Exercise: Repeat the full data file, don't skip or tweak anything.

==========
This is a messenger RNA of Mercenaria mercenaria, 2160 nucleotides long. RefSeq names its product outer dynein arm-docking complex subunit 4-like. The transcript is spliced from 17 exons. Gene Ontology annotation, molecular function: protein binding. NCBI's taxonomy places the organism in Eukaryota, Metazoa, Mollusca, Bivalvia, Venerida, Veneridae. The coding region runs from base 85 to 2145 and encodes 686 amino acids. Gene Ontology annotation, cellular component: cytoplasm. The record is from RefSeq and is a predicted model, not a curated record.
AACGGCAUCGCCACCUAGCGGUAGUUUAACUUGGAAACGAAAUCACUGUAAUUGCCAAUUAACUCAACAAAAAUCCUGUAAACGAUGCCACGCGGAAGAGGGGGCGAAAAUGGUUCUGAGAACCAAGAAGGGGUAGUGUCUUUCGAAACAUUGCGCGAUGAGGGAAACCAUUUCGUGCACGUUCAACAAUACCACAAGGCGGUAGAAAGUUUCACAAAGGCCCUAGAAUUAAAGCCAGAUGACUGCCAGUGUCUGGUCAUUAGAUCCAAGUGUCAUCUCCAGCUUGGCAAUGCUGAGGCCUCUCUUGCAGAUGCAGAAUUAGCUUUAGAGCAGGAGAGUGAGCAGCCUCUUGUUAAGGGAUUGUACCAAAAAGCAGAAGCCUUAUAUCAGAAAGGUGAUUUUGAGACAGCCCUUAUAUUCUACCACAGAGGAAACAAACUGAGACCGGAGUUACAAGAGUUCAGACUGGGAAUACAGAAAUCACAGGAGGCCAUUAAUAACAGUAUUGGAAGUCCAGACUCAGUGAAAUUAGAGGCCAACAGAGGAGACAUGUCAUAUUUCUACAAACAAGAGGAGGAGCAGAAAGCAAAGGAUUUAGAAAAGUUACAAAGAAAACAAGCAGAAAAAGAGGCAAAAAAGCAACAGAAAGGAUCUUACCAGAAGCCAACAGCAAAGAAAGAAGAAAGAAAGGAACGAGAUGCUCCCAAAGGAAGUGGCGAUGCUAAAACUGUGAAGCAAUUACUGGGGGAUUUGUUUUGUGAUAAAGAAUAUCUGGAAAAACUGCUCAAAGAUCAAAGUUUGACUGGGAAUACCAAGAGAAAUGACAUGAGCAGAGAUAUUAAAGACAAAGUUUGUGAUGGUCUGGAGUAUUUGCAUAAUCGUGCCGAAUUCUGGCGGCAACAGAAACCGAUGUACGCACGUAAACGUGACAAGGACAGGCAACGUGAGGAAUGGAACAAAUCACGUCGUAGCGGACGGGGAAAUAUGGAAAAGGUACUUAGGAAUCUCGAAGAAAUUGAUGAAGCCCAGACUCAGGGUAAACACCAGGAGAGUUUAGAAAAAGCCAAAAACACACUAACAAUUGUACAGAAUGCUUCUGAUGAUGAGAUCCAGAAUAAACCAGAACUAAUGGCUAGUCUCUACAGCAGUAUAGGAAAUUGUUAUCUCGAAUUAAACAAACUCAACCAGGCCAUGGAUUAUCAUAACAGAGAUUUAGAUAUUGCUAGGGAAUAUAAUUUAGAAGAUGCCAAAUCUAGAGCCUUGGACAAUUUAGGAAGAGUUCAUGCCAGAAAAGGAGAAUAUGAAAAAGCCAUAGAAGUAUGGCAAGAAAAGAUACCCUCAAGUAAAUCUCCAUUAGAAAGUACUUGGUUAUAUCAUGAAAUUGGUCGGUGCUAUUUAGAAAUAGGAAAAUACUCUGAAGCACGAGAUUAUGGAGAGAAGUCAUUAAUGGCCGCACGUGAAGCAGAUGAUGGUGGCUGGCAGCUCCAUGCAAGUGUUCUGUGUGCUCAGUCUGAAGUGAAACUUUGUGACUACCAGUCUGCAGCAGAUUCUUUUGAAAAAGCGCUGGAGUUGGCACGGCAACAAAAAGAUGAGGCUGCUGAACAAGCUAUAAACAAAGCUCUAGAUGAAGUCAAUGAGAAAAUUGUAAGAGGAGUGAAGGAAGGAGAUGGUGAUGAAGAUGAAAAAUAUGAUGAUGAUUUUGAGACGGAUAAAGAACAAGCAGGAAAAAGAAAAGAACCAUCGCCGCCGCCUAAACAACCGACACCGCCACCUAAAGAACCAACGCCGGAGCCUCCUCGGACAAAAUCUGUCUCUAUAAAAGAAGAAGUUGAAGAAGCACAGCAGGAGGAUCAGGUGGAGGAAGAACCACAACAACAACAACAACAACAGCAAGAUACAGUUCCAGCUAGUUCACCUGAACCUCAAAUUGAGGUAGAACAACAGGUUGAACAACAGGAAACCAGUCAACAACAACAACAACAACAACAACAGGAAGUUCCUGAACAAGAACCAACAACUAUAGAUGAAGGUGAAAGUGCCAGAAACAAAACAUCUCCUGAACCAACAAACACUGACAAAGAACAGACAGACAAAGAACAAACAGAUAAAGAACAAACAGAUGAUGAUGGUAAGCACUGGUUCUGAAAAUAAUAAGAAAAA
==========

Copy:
This is a messenger RNA of Mercenaria mercenaria, 2160 nucleotides long. RefSeq names its product outer dynein arm-docking complex subunit 4-like. The transcript is spliced from 17 exons. Gene Ontology annotation, molecular function: protein binding. NCBI's taxonomy places the organism in Eukaryota, Metazoa, Mollusca, Bivalvia, Venerida, Veneridae. The coding region runs from base 85 to 2145 and encodes 686 amino acids. Gene Ontology annotation, cellular component: cytoplasm. The record is from RefSeq and is a predicted model, not a curated record.
AACGGCAUCGCCACCUAGCGGUAGUUUAACUUGGAAACGAAAUCACUGUAAUUGCCAAUUAACUCAACAAAAAUCCUGUAAACGAUGCCACGCGGAAGAGGGGGCGAAAAUGGUUCUGAGAACCAAGAAGGGGUAGUGUCUUUCGAAACAUUGCGCGAUGAGGGAAACCAUUUCGUGCACGUUCAACAAUACCACAAGGCGGUAGAAAGUUUCACAAAGGCCCUAGAAUUAAAGCCAGAUGACUGCCAGUGUCUGGUCAUUAGAUCCAAGUGUCAUCUCCAGCUUGGCAAUGCUGAGGCCUCUCUUGCAGAUGCAGAAUUAGCUUUAGAGCAGGAGAGUGAGCAGCCUCUUGUUAAGGGAUUGUACCAAAAAGCAGAAGCCUUAUAUCAGAAAGGUGAUUUUGAGACAGCCCUUAUAUUCUACCACAGAGGAAACAAACUGAGACCGGAGUUACAAGAGUUCAGACUGGGAAUACAGAAAUCACAGGAGGCCAUUAAUAACAGUAUUGGAAGUCCAGACUCAGUGAAAUUAGAGGCCAACAGAGGAGACAUGUCAUAUUUCUACAAACAAGAGGAGGAGCAGAAAGCAAAGGAUUUAGAAAAGUUACAAAGAAAACAAGCAGAAAAAGAGGCAAAAAAGCAACAGAAAGGAUCUUACCAGAAGCCAACAGCAAAGAAAGAAGAAAGAAAGGAACGAGAUGCUCCCAAAGGAAGUGGCGAUGCUAAAACUGUGAAGCAAUUACUGGGGGAUUUGUUUUGUGAUAAAGAAUAUCUGGAAAAACUGCUCAAAGAUCAAAGUUUGACUGGGAAUACCAAGAGAAAUGACAUGAGCAGAGAUAUUAAAGACAAAGUUUGUGAUGGUCUGGAGUAUUUGCAUAAUCGUGCCGAAUUCUGGCGGCAACAGAAACCGAUGUACGCACGUAAACGUGACAAGGACAGGCAACGUGAGGAAUGGAACAAAUCACGUCGUAGCGGACGGGGAAAUAUGGAAAAGGUACUUAGGAAUCUCGAAGAAAUUGAUGAAGCCCAGACUCAGGGUAAACACCAGGAGAGUUUAGAAAAAGCCAAAAACACACUAACAAUUGUACAGAAUGCUUCUGAUGAUGAGAUCCAGAAUAAACCAGAACUAAUGGCUAGUCUCUACAGCAGUAUAGGAAAUUGUUAUCUCGAAUUAAACAAACUCAACCAGGCCAUGGAUUAUCAUAACAGAGAUUUAGAUAUUGCUAGGGAAUAUAAUUUAGAAGAUGCCAAAUCUAGAGCCUUGGACAAUUUAGGAAGAGUUCAUGCCAGAAAAGGAGAAUAUGAAAAAGCCAUAGAAGUAUGGCAAGAAAAGAUACCCUCAAGUAAAUCUCCAUUAGAAAGUACUUGGUUAUAUCAUGAAAUUGGUCGGUGCUAUUUAGAAAUAGGAAAAUACUCUGAAGCACGAGAUUAUGGAGAGAAGUCAUUAAUGGCCGCACGUGAAGCAGAUGAUGGUGGCUGGCAGCUCCAUGCAAGUGUUCUGUGUGCUCAGUCUGAAGUGAAACUUUGUGACUACCAGUCUGCAGCAGAUUCUUUUGAAAAAGCGCUGGAGUUGGCACGGCAACAAAAAGAUGAGGCUGCUGAACAAGCUAUAAACAAAGCUCUAGAUGAAGUCAAUGAGAAAAUUGUAAGAGGAGUGAAGGAAGGAGAUGGUGAUGAAGAUGAAAAAUAUGAUGAUGAUUUUGAGACGGAUAAAGAACAAGCAGGAAAAAGAAAAGAACCAUCGCCGCCGCCUAAACAACCGACACCGCCACCUAAAGAACCAACGCCGGAGCCUCCUCGGACAAAAUCUGUCUCUAUAAAAGAAGAAGUUGAAGAAGCACAGCAGGAGGAUCAGGUGGAGGAAGAACCACAACAACAACAACAACAACAGCAAGAUACAGUUCCAGCUAGUUCACCUGAACCUCAAAUUGAGGUAGAACAACAGGUUGAACAACAGGAAACCAGUCAACAACAACAACAACAACAACAACAGGAAGUUCCUGAACAAGAACCAACAACUAUAGAUGAAGGUGAAAGUGCCAGAAACAAAACAUCUCCUGAACCAACAAACACUGACAAAGAACAGACAGACAAAGAACAAACAGAUAAAGAACAAACAGAUGAUGAUGGUAAGCACUGGUUCUGAAAAUAAUAAGAAAAA